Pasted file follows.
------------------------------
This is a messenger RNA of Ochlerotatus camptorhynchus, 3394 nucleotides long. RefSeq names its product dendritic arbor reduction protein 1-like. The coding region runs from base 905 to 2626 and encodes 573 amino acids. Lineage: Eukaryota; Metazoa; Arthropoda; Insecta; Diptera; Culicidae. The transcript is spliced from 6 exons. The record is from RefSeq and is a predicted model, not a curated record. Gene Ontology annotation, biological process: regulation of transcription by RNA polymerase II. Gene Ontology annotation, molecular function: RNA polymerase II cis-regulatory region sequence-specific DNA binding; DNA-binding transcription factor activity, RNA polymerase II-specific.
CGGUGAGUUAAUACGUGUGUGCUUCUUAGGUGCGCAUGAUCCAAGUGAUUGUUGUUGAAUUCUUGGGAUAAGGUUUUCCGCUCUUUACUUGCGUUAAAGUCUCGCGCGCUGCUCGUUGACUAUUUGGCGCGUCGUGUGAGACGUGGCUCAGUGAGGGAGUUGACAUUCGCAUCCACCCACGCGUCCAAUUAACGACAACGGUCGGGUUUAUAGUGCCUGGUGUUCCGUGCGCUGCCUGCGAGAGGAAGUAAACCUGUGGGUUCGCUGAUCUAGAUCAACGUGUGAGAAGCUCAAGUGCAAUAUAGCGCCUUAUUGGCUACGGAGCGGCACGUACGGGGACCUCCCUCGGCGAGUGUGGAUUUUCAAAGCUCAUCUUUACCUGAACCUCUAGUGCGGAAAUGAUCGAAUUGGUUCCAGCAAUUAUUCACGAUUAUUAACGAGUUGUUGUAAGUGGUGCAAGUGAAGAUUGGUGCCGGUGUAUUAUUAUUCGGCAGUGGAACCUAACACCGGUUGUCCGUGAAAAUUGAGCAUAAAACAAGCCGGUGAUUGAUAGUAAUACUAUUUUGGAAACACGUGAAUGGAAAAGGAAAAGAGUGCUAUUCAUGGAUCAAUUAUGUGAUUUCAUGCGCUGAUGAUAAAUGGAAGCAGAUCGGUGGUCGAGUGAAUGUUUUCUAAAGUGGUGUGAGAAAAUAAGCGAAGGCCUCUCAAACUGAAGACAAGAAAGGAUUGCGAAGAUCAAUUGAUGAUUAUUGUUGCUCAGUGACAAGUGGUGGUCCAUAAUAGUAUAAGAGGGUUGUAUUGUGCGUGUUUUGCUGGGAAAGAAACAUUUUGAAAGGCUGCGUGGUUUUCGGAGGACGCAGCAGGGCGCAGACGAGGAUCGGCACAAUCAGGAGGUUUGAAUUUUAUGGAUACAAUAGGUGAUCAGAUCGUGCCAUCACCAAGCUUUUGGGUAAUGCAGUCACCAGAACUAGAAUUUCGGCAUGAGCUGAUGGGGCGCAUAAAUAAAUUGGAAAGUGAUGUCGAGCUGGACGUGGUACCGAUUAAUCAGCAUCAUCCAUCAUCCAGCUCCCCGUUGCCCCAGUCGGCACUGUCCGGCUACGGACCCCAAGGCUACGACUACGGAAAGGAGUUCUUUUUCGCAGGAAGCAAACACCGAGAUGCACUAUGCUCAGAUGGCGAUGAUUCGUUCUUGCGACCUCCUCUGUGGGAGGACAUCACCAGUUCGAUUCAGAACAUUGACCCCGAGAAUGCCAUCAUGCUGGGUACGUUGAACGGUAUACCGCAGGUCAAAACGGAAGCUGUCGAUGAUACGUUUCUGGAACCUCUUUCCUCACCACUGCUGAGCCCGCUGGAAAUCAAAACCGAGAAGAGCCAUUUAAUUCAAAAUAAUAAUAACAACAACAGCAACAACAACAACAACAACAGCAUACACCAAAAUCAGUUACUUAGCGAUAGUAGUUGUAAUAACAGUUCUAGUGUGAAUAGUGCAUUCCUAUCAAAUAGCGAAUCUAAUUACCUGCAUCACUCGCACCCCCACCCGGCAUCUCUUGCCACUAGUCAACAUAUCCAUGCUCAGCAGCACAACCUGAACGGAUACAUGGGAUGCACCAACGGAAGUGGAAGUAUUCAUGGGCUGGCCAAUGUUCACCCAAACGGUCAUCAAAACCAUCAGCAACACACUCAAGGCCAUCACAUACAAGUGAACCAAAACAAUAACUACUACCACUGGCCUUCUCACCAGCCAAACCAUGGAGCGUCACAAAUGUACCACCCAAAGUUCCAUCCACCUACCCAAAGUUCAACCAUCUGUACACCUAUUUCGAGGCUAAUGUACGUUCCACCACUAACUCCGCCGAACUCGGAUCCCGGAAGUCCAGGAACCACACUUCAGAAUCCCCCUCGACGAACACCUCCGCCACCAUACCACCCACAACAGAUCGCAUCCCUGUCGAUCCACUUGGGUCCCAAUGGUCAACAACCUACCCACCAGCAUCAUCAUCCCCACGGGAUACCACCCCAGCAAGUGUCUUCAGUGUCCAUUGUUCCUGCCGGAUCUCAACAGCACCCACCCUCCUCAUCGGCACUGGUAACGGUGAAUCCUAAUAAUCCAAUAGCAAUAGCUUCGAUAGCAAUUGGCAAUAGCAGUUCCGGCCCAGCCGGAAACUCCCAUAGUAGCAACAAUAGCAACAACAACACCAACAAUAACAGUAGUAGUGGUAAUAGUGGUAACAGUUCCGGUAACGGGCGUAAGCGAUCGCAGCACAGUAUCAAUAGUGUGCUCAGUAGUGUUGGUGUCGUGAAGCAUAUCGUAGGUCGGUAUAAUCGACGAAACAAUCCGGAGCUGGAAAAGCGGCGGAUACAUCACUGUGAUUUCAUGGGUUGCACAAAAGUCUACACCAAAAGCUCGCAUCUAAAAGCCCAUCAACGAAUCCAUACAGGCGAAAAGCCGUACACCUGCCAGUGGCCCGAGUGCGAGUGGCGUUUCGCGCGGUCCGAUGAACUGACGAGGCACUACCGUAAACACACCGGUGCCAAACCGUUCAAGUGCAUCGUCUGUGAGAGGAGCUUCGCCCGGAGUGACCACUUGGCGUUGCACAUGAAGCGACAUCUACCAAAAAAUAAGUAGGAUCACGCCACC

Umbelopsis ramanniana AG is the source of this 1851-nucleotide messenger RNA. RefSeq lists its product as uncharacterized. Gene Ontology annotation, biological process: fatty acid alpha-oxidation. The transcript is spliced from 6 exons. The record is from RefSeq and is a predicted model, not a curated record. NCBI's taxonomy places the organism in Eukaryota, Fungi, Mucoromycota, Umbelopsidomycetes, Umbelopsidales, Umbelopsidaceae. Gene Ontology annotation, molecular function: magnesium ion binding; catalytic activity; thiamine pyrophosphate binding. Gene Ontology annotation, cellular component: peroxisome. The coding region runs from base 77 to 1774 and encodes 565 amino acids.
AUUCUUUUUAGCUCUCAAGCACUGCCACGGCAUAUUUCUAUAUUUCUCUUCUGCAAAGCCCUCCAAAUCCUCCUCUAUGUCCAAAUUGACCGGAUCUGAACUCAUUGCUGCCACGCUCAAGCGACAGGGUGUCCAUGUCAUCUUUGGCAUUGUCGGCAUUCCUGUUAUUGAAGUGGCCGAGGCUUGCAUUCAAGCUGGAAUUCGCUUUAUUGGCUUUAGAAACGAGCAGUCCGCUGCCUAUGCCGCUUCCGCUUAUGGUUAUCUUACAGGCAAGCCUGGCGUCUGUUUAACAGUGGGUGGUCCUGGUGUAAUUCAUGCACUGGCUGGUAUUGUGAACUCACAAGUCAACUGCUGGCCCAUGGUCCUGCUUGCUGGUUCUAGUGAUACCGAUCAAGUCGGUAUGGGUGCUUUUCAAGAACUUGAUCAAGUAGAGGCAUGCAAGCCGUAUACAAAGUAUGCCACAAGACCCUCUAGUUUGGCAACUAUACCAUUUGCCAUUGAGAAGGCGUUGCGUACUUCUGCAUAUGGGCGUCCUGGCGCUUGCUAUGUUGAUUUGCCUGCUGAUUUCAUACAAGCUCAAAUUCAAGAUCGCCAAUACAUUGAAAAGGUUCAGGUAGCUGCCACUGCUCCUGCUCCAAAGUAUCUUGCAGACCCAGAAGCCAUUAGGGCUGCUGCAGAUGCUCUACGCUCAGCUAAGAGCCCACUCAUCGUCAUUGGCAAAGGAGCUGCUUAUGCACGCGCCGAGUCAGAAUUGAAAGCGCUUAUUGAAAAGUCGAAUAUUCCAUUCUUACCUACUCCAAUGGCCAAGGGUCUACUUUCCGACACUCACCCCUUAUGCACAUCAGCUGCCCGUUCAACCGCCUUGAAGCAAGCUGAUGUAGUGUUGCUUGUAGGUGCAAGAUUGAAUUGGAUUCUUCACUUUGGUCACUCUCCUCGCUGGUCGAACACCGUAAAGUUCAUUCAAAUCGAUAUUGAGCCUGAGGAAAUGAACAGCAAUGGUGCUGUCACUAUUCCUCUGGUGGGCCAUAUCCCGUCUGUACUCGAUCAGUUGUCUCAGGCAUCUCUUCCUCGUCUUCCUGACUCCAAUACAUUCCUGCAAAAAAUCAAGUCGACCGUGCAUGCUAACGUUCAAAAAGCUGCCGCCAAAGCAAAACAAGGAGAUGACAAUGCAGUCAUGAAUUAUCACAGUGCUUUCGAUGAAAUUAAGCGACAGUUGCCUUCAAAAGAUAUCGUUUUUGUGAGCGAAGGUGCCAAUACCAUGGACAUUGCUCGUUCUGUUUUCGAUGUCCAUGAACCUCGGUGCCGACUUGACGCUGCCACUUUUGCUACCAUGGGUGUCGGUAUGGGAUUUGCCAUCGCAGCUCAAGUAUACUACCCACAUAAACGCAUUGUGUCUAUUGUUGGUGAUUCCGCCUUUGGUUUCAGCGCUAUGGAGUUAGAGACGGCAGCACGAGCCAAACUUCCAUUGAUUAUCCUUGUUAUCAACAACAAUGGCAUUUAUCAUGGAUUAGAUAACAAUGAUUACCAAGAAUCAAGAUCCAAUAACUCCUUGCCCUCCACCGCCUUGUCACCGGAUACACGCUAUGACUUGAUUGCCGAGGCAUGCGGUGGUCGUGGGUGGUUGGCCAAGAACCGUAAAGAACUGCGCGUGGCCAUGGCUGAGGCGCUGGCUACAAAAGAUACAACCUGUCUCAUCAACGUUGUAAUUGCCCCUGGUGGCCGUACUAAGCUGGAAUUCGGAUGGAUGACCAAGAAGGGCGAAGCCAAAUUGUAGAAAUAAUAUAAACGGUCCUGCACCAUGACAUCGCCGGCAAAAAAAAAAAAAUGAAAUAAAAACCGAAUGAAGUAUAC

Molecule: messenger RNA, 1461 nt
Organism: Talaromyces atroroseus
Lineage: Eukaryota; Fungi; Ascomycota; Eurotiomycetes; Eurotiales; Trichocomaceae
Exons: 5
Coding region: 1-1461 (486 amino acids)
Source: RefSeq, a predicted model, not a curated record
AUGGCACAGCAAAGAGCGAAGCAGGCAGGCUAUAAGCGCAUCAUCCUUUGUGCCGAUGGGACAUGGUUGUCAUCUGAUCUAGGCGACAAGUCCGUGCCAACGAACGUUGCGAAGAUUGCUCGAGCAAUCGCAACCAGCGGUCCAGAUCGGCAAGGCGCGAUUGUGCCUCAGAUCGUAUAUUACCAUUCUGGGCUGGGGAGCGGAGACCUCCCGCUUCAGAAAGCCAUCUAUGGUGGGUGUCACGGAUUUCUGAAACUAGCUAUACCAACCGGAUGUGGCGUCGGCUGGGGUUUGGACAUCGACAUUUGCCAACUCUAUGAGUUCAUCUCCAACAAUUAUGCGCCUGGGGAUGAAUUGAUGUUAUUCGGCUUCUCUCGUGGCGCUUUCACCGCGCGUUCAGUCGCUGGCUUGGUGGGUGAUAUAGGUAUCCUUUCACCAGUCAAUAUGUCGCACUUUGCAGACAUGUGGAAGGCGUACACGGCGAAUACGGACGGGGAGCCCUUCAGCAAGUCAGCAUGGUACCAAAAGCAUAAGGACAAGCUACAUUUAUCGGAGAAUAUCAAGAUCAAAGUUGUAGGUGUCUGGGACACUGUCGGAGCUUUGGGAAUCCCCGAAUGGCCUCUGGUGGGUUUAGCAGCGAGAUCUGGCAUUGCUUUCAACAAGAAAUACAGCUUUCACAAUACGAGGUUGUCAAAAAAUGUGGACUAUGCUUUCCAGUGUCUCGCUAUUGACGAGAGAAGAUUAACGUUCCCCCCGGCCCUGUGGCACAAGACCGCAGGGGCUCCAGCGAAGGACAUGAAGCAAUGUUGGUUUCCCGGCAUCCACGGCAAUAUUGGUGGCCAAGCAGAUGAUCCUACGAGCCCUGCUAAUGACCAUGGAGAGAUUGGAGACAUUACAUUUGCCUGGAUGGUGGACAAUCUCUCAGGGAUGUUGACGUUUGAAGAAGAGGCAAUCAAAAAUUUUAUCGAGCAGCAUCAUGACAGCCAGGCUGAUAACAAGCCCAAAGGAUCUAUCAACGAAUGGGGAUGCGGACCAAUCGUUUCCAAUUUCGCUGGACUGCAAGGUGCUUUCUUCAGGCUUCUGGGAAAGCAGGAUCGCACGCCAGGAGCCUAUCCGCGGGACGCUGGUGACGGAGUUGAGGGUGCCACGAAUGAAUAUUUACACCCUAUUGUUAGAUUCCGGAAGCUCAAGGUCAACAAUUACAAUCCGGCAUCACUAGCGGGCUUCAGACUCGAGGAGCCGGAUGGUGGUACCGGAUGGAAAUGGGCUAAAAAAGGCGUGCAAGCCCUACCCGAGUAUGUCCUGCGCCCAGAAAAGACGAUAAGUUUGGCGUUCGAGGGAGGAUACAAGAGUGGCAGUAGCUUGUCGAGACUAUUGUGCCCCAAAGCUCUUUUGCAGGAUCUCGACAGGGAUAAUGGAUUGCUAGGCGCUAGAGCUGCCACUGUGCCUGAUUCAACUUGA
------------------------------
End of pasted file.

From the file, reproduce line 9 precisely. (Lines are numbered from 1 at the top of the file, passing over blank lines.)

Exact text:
Coding region: 1-1461 (486 amino acids)